The great attraction of the diary form for aspirant authors is its apparent simplicity. Many who would quail at the challenge of producing a readable novel or poem will embark quite confidently on what seems the relatively undemanding task of setting down their day by day impressions of experience. They may perhaps first read a little John Evelyn or Fanny Burney or, from our own century, Evelyn Waugh or Virginia Woolf and think: ‘I could do that too’. But the vast majority couldn’t.
In fact, the seeming ease of the diary is an illusion. The diary or journal is actually one of the hardest of all literary forms to do well. Great diaries can be numbered on the fingers of one hand or even – some purists would argue – on one single finger. This towering digit is, of course, Samuel Pepys whose million-word chronicle of his early career manifests all the virtues of a great diary and eschews most of the vices.
Ronald Blythe’s anthology contains some 86 extracts. Pepys, Evelyn, Johnson, Boswell, Swift and, more recently, Thomas Hardy and James Agate are amongst the many eminent diarists included. Other slightly less celebrated (in terms of diary-keeping) but still self-selecting names – such as Thomas Hardy, Gilbert White, Queen Victoria and William Beckford – are represented. But it is perhaps the less well-known, or blatantly obscure, diarists who provide much of the justification for this sampler. Arthur Munby, the Victorian writer and reformer with a passion for working women, belongs in this category as does Hannah, a working woman whom Munby ultimately married and taught to keep a diary. Her tortured fragment is perhaps the most moving thing in the whole collection: ‘ . . . i felt a bit hurt to be told i was too dirty, when my dirt was all got wi making things clean for them . . .’
Blythe groups his extracts under 13 headings. ‘The Diarist as Eye-Witness’, for example, includes a gripping and ominous sequence on the start of the Irish potato famine by one Elizabeth Smith who was the tough-minded but compassionate wife of an Irish landowner. A section entitled ‘The Sick Diarist’ brought to my notice for the first time the strangely sunny journal of the dying Barbellion, famous early in this century as the author of The Journal of a Disappointed Man but whose pitiably short life ended in 1919 when he was just 30.
‘Dull diaries’ maintains Blythe in his introduction ‘can be very readable’. It is certainly true that any diary – even a thoroughly badly-written or dishonest one – may have psychological and/or documentary interest. But the great journal which rolls on like time itself, engrossing a whole age and its inhabitants, carrying the reader more forcibly into the stream of events than any work of fiction, calls for a rare combination of qualities. In the first place, the great diarist must command language with the effortless authority of any other major literary figure. Again he must have the objective ability to recognise and present crucial aspects of his own experience and the innocence to make them public. More important, and most rare, is the ability to make his life and his diary into a continuum so that the diary and the keeping of it become an important aspect of the reality it chronicles.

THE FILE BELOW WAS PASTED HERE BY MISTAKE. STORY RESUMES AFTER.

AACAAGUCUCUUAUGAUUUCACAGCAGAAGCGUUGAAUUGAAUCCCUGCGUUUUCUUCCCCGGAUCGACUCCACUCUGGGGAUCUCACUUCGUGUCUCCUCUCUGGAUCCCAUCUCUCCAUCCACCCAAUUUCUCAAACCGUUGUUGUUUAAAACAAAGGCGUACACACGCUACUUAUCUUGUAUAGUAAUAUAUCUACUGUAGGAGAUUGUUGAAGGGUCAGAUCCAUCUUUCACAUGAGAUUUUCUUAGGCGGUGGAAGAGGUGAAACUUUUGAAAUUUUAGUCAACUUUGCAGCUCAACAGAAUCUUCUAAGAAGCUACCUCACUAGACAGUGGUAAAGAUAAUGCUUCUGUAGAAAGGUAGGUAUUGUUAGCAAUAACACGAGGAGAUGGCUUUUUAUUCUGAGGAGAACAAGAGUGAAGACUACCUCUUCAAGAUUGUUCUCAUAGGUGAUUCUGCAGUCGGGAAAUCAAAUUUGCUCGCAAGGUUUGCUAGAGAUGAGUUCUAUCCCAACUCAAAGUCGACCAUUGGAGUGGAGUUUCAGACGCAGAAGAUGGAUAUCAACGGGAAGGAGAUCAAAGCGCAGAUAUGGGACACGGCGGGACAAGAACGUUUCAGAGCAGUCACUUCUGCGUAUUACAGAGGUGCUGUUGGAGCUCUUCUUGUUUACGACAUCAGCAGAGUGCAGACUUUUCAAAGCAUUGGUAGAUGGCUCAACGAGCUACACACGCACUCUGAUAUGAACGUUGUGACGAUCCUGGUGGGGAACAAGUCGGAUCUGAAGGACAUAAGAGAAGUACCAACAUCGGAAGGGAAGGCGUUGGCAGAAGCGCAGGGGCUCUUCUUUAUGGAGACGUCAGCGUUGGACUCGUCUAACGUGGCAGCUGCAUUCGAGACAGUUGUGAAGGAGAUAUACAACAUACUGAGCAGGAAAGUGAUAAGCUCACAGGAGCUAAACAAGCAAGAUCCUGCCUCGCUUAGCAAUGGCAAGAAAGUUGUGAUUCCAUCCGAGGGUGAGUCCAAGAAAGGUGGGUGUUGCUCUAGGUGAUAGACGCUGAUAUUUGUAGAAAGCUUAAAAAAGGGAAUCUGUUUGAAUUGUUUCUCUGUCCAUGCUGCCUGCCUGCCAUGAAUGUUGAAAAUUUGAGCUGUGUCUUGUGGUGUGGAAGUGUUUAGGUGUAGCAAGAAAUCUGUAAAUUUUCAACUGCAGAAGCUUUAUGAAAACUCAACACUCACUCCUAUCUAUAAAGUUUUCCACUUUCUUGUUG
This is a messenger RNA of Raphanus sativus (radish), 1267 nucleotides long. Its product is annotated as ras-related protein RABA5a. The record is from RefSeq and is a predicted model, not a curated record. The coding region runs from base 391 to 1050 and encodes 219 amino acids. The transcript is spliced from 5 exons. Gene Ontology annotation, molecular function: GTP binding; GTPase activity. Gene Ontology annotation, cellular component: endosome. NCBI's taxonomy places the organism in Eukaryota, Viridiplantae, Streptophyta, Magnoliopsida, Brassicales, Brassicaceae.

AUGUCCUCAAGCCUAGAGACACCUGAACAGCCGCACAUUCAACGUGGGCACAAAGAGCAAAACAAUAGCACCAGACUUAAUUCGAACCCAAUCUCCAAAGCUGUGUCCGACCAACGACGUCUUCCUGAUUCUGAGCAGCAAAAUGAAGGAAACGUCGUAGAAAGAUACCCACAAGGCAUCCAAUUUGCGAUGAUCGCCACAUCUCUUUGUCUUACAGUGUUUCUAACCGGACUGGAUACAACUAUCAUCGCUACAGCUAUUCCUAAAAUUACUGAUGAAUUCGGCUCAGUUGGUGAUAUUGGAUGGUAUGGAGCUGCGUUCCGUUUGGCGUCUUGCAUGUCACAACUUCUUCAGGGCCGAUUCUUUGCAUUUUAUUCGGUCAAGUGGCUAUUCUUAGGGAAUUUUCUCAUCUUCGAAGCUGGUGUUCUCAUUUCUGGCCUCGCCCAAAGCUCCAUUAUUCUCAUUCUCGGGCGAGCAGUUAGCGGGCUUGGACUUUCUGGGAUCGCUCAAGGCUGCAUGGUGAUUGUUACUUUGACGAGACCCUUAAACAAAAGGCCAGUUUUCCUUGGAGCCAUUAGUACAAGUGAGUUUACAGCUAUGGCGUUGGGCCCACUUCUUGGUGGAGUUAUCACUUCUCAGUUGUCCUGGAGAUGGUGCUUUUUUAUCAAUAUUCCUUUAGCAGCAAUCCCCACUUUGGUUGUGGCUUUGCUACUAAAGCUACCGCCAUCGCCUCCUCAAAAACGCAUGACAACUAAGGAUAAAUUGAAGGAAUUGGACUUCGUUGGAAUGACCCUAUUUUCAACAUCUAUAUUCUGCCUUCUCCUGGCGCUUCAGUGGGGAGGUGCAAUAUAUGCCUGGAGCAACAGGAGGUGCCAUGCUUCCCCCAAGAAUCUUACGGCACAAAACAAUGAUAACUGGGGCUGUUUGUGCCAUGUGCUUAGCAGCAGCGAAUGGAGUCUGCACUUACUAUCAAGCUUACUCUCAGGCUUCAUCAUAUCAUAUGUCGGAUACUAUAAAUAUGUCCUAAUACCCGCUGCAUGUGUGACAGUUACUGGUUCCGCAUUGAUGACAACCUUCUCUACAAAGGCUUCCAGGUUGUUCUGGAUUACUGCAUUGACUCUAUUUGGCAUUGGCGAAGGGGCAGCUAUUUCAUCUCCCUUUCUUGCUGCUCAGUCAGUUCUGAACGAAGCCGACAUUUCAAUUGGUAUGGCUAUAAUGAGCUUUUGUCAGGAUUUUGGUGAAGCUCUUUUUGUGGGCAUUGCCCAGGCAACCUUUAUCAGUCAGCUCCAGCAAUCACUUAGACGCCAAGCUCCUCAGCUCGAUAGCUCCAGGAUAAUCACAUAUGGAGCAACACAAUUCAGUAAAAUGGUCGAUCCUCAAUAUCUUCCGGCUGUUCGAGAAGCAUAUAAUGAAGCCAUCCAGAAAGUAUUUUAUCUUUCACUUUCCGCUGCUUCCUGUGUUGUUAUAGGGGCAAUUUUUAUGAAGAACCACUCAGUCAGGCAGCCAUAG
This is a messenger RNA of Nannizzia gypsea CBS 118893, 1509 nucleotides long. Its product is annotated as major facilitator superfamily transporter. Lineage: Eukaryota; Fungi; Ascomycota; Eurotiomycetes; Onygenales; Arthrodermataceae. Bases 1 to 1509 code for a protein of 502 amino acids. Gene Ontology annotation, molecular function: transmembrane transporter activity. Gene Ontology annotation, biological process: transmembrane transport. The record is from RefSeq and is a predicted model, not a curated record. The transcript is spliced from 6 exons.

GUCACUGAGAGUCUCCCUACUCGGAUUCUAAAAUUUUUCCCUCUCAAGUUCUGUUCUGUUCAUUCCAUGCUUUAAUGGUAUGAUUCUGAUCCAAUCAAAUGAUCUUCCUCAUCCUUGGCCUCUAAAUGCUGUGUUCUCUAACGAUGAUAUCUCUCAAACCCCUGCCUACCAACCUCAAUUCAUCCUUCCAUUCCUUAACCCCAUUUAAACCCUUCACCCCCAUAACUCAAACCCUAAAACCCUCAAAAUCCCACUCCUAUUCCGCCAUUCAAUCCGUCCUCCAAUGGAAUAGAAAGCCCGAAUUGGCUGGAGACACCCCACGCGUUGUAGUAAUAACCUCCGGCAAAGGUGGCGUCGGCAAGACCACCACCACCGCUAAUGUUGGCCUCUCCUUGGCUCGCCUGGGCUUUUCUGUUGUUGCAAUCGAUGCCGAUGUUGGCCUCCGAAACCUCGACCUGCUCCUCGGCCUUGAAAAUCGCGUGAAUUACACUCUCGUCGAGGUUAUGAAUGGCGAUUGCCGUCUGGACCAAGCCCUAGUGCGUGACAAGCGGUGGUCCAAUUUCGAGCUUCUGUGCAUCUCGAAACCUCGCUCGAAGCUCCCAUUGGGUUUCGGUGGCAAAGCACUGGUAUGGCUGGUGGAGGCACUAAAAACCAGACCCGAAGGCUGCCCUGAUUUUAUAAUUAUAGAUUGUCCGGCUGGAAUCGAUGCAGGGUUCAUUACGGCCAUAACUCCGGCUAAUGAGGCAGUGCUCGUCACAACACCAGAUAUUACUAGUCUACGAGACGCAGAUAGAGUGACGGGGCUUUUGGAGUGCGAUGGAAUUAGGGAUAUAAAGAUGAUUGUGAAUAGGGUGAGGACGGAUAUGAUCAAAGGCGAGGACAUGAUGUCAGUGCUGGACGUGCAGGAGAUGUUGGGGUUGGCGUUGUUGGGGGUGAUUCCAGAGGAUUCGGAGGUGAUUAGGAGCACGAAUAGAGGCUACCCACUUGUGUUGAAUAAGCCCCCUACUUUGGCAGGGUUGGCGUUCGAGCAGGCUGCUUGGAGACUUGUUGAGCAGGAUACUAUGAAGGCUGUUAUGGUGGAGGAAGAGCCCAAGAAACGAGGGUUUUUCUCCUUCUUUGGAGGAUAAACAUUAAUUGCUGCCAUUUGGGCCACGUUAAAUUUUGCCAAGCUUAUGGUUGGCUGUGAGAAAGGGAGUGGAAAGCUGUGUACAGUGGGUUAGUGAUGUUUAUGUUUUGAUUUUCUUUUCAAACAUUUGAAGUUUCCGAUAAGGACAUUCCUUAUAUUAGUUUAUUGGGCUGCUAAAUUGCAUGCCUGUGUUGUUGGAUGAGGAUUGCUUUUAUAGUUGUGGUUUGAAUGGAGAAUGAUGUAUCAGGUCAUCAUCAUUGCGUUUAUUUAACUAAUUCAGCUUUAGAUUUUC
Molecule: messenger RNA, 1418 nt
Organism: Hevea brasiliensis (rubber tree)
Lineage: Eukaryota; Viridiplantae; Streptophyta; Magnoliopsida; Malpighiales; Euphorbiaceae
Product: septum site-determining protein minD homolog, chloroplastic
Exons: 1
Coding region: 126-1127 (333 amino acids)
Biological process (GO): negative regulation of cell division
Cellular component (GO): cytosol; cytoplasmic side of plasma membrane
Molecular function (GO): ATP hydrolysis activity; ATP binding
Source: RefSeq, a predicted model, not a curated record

Possibly only Pepys and Boswell have ever achieved the heights of which the diary is capable. Significantly both their journals are, in addition to their other virtues, very funny. And the humour is, again significantly, often at the authors’ expense and testifies to the fact that the diarist is indifferent, while pursuing truth, to the danger of appearing ridiculous. The brief passages from Boswell here reproduced include a quotation by him from Lord Mountstuart who, travelling with the diarist, remarked: ‘I shall always esteem you, but you’re most disagreeable to live with’. In a glorious dialogue between Boswell and his servant, Jacob, the latter deflates the upstart author with: ‘I believe, Sir, that you have been badly brought up. You have not the manners of a nobleman’. But even as we laugh we absorb vital insights into the nature of 18th century, and indeed universal, human relationships. In fact, an appetite for life that makes no distinction between the creditable and the discreditable seems to be the most valuable single character trait that a diarist aiming at immortality can possess.
In pedantic vein, one might maintain that an anthology of diaries is, like an assembly of universes, a self-contradictory notion. Each diary is essentially a complete cosmos that treats of every real and imagined (such as the enthralling dream sequences in these pages) aspect of experience. But this technical cavil apart, Ronald Blythe has done a fine job of providing what – considering the sheer bulk of the originals – can hardly be more than a hint of the tang of the flavour of so many different universes. He has also done a heroic one. A quick calculation suggests that he must have read thirty or forty million words to bring us this succulent compendium.